Already in America the number of monthly resignations is near all-time highs.

Other research suggests 40 percent of workers are planning to leave their jobs in the next year. The media is calling it the Great Resignation.

Which means those of us in the recognition profession need to support leaders in retaining and motivating our fellow workers. Here are some ways to get in gear for recognition in 2022.

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Where Should I Focus My Time On Improving Recognition At Work

You know your organization has an employee recognition problem.

The last employee engagement survey showed an average of 64 percent for all the recognition statements on the survey. Participation levels with the usage of your online recognition programs are inconsistent with leaders and employees across the organization. 

Open-ended feedback from employees tells you that many employees just don’t feel valued and appreciated. 

Something has to change. Where do you begin? 

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Does Having a Written Recognition Strategy Really Make Any Difference?

Apparently, some people question the need for a written recognition strategy. These are some things individuals responsible for recognition ask.

  • What benefit does an organization have with a recognition strategy over other organizations that don’t have one?
  • How does a recognition strategy really help me?
  • Does having a recognition strategy make any difference? 

Sure, you can live without having a recognition strategy. But I will always strongly endorse the need for having one. Following are my reasons why.

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Your One-Year Goal Will Guide Everything You Do With Recognition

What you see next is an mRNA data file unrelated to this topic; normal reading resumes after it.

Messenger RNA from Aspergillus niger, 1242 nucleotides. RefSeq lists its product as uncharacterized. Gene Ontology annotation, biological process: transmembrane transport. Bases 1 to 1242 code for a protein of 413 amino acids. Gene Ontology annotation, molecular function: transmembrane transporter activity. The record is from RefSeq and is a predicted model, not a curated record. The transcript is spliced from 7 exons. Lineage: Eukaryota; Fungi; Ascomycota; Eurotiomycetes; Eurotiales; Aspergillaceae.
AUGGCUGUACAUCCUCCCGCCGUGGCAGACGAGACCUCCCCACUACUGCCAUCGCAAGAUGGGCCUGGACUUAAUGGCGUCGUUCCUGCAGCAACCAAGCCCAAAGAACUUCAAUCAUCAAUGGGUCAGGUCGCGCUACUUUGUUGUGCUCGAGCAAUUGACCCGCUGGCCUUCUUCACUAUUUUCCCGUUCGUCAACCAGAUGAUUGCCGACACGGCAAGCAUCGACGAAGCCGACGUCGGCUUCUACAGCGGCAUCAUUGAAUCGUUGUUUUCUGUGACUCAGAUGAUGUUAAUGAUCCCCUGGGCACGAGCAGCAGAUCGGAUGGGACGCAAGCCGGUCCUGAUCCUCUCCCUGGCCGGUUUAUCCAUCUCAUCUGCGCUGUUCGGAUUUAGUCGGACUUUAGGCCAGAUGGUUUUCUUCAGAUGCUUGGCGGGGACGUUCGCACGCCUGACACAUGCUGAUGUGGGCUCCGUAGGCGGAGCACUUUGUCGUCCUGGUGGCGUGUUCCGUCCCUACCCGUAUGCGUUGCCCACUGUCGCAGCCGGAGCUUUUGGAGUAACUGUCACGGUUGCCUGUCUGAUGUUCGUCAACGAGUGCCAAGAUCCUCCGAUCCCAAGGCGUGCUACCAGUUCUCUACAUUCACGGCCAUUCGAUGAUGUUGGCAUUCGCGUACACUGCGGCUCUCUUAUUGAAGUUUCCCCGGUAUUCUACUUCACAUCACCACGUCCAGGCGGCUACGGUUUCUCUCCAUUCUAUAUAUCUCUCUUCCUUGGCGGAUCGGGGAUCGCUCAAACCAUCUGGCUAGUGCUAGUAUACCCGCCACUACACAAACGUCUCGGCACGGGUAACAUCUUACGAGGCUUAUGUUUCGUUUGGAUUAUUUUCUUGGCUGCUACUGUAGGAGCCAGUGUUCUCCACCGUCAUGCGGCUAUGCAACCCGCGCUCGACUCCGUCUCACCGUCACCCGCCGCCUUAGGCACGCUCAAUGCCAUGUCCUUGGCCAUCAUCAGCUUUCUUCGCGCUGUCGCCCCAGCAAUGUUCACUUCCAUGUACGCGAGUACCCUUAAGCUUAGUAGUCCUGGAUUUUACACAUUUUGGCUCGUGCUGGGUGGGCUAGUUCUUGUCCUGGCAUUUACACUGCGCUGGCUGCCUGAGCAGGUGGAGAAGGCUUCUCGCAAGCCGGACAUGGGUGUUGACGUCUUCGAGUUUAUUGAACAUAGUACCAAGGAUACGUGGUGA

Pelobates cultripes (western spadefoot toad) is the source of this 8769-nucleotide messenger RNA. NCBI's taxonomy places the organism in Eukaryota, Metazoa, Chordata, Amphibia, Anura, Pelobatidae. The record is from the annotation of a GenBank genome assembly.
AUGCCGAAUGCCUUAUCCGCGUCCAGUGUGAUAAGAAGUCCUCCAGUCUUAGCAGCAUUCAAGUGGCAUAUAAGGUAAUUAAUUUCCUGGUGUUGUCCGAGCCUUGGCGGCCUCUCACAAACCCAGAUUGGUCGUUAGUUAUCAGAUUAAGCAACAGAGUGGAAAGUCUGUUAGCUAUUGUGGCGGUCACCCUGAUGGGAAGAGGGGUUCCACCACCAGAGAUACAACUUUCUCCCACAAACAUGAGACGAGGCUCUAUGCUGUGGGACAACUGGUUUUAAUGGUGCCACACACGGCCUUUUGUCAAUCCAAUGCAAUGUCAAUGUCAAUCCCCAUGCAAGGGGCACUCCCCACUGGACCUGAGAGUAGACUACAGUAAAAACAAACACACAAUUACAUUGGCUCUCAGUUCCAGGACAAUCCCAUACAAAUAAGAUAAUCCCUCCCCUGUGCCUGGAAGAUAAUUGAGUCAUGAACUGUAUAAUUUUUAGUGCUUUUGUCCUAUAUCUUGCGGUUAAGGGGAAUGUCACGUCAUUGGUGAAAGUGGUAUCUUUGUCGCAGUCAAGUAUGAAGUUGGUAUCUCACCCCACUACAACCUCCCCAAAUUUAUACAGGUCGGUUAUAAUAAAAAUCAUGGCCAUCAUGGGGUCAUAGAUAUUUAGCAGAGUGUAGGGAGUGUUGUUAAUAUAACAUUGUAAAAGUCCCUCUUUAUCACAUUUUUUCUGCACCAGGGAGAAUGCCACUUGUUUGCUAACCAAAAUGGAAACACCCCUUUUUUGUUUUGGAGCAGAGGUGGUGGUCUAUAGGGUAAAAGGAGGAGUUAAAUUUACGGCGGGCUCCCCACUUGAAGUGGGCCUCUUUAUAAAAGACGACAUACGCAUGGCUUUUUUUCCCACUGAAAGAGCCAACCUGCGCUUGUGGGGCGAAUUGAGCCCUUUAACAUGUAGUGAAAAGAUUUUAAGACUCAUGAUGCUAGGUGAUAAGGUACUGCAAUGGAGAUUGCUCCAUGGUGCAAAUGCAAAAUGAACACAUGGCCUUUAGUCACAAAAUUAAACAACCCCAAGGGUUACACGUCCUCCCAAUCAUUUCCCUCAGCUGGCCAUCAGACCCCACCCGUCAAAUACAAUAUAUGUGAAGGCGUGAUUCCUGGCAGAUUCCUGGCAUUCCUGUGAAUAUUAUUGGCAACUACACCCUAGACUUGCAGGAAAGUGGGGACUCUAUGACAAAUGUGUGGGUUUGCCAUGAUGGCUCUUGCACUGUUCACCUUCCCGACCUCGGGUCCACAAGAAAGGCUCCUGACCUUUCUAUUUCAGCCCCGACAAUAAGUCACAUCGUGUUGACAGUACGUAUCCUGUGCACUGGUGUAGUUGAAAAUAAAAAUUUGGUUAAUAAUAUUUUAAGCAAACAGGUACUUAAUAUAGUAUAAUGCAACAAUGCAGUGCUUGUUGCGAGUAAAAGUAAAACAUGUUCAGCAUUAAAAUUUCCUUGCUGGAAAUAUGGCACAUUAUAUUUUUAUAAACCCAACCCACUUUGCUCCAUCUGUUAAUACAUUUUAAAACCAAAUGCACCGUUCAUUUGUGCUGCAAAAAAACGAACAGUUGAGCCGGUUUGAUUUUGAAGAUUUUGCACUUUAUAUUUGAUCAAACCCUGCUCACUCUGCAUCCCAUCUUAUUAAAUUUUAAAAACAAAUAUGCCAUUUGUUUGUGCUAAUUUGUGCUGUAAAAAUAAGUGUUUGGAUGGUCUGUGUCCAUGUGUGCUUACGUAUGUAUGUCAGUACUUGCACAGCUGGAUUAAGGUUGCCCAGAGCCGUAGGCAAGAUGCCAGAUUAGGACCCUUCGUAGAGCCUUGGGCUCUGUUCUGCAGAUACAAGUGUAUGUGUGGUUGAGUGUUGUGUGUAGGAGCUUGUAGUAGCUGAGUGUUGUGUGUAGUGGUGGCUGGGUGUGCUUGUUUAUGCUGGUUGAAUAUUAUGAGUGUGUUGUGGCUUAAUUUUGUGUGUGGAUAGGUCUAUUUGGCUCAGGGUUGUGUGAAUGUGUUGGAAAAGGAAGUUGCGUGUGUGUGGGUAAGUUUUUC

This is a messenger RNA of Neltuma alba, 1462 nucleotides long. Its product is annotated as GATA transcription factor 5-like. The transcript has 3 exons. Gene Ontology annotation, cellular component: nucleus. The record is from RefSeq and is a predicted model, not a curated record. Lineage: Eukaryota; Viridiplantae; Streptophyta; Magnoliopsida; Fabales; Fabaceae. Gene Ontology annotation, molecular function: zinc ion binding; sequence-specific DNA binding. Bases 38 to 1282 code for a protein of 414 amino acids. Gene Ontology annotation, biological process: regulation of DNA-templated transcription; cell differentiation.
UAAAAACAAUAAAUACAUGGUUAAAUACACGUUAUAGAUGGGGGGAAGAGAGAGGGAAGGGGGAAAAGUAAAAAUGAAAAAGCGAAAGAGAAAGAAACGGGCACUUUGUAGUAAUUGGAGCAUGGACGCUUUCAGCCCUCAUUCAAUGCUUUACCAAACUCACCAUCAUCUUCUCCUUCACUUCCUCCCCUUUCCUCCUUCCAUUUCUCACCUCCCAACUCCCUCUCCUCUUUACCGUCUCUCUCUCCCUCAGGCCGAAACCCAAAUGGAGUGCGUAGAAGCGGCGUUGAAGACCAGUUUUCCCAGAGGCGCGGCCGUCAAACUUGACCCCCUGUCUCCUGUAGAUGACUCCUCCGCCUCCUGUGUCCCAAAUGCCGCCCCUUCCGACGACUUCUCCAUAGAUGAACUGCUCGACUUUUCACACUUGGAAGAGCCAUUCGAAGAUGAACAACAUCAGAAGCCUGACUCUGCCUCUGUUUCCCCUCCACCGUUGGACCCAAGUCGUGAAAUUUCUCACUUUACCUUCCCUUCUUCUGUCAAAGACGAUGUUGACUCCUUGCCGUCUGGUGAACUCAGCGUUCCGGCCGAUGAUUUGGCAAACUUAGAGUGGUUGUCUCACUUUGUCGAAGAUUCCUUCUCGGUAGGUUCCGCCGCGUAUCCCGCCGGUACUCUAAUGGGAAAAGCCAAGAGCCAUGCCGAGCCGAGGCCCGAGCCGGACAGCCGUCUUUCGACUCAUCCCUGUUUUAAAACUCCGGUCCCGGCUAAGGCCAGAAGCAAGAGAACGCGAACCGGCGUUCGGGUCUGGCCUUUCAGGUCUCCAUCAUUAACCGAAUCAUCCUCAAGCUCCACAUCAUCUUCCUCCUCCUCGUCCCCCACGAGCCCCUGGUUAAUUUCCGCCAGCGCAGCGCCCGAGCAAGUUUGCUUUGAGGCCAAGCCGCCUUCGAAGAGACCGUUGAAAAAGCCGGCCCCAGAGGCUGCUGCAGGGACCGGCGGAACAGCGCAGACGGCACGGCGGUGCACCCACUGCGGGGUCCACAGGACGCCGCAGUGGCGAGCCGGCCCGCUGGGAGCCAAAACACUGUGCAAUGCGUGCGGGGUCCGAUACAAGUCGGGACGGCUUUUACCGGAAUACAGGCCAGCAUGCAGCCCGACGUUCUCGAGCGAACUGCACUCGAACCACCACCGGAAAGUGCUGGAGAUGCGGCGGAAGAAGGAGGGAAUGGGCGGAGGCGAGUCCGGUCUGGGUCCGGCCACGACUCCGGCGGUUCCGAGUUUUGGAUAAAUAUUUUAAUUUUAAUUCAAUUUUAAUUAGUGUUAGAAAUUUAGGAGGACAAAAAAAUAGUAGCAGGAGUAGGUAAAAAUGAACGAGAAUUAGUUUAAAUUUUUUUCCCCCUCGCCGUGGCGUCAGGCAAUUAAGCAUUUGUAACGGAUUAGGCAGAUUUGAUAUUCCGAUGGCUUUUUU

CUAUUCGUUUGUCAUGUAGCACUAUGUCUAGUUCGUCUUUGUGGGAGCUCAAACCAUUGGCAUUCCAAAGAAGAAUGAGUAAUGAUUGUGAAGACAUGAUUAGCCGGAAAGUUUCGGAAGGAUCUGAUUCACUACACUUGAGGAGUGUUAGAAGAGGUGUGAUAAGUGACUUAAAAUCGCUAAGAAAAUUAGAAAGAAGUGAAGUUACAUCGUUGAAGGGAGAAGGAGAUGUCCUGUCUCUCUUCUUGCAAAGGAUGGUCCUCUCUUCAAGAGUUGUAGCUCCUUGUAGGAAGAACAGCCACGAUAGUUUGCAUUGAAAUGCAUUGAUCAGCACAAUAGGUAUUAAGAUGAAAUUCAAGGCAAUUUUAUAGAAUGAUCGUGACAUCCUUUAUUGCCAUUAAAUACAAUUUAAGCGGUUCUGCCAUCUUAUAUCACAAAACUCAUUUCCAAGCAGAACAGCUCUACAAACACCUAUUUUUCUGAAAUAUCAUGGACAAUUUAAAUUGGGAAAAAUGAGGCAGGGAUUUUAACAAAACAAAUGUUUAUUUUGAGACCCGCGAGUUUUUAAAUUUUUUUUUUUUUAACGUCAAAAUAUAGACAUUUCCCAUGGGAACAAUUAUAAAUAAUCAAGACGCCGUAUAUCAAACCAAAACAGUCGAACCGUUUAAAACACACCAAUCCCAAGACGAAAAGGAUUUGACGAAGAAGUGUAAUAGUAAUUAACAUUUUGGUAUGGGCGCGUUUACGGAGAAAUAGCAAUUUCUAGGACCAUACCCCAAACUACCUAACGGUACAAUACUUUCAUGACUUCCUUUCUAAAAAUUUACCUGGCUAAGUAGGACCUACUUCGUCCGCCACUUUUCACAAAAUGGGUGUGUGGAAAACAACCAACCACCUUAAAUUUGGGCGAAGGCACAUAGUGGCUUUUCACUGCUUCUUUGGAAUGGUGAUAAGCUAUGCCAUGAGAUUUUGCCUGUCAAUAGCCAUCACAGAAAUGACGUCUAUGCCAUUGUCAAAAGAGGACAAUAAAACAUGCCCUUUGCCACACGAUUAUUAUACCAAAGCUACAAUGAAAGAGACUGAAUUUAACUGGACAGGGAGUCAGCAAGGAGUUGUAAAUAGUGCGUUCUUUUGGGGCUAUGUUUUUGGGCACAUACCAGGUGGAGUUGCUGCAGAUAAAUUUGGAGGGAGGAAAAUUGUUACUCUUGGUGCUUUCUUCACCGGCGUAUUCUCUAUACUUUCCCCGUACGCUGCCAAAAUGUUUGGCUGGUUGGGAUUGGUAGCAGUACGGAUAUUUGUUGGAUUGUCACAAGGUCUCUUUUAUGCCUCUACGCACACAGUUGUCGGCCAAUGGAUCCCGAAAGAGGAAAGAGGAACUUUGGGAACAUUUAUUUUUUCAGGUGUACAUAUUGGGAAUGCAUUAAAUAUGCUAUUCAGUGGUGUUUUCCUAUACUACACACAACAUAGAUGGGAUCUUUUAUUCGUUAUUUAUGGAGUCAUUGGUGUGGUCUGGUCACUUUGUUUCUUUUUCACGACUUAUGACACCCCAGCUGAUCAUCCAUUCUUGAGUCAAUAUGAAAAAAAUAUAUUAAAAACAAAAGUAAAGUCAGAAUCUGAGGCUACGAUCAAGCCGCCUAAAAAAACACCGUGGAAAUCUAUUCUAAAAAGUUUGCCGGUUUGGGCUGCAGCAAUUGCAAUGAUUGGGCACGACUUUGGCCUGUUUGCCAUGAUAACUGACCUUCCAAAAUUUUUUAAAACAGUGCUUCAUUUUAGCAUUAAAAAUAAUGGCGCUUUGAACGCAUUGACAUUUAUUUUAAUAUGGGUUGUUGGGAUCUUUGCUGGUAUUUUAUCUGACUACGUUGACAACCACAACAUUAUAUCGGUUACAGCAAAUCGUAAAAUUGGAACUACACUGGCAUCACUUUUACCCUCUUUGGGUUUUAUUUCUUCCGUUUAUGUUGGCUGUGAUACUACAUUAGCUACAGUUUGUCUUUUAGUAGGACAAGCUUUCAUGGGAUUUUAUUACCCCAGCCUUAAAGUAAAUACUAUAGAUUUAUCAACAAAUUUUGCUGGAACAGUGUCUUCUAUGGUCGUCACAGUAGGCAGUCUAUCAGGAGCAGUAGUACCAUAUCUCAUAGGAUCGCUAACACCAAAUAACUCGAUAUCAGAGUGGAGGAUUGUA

There are various stages you pass through when using our recognition strategy approach. First, is crafting of a fitting recognition purpose and philosophy statement that is just right for your organization. 

Then comes the identifying of the areas you have to focus on following a recognition assessment. All organizations have strengths and weaknesses. Know where to need to focus your energies to improve recognition practices and programs really helps. 

But before you identify those focus points, there is one important thing you have to do. You need to declare what your overall guiding objective is to improve the quality of recognition for the year ahead. 

Having articulated what this goal is will help your organizational leaders know what you should all be shooting for. And it helps you personally with an additional criterion point to use in making decisions. 

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Recognition Does Not Really Improve Employee Engagement…So There!

I know.

How dare I pronounce such heretic claims!

Many in the recognition industry parlay about what people “said,” or what others have “seen,” on one survey or another, suggesting to the world that recognition improves employee engagement.

Some consultancy firms indicate where recognition “occurs,” whatever that means, that organizations have better employee engagement as well as improved key performance metrics. Recognition industry vendors indicate how many managers or employees “say” recognition made so many things totally awesome, such as employee engagement.

But what “people say” on a survey is not exactly sufficient proof.